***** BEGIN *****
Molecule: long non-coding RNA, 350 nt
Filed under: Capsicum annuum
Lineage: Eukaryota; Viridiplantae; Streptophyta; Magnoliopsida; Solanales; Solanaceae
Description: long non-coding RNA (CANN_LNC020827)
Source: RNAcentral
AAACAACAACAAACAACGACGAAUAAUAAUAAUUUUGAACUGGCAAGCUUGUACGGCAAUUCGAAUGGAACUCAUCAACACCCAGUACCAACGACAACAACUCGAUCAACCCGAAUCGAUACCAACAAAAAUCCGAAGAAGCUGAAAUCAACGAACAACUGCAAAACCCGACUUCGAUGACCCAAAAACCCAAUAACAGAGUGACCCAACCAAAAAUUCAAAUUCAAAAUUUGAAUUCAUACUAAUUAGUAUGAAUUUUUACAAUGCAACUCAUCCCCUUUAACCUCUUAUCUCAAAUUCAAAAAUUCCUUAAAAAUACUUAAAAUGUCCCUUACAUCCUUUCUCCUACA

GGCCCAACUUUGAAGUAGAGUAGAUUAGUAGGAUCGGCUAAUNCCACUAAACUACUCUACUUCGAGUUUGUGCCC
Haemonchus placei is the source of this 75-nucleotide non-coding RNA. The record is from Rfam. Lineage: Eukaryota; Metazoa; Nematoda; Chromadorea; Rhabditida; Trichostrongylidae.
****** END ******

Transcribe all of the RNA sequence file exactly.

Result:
Molecule: long non-coding RNA, 350 nt
Filed under: Capsicum annuum
Lineage: Eukaryota; Viridiplantae; Streptophyta; Magnoliopsida; Solanales; Solanaceae
Description: long non-coding RNA (CANN_LNC020827)
Source: RNAcentral
AAACAACAACAAACAACGACGAAUAAUAAUAAUUUUGAACUGGCAAGCUUGUACGGCAAUUCGAAUGGAACUCAUCAACACCCAGUACCAACGACAACAACUCGAUCAACCCGAAUCGAUACCAACAAAAAUCCGAAGAAGCUGAAAUCAACGAACAACUGCAAAACCCGACUUCGAUGACCCAAAAACCCAAUAACAGAGUGACCCAACCAAAAAUUCAAAUUCAAAAUUUGAAUUCAUACUAAUUAGUAUGAAUUUUUACAAUGCAACUCAUCCCCUUUAACCUCUUAUCUCAAAUUCAAAAAUUCCUUAAAAAUACUUAAAAUGUCCCUUACAUCCUUUCUCCUACA

GGCCCAACUUUGAAGUAGAGUAGAUUAGUAGGAUCGGCUAAUNCCACUAAACUACUCUACUUCGAGUUUGUGCCC
Haemonchus placei is the source of this 75-nucleotide non-coding RNA. The record is from Rfam. Lineage: Eukaryota; Metazoa; Nematoda; Chromadorea; Rhabditida; Trichostrongylidae.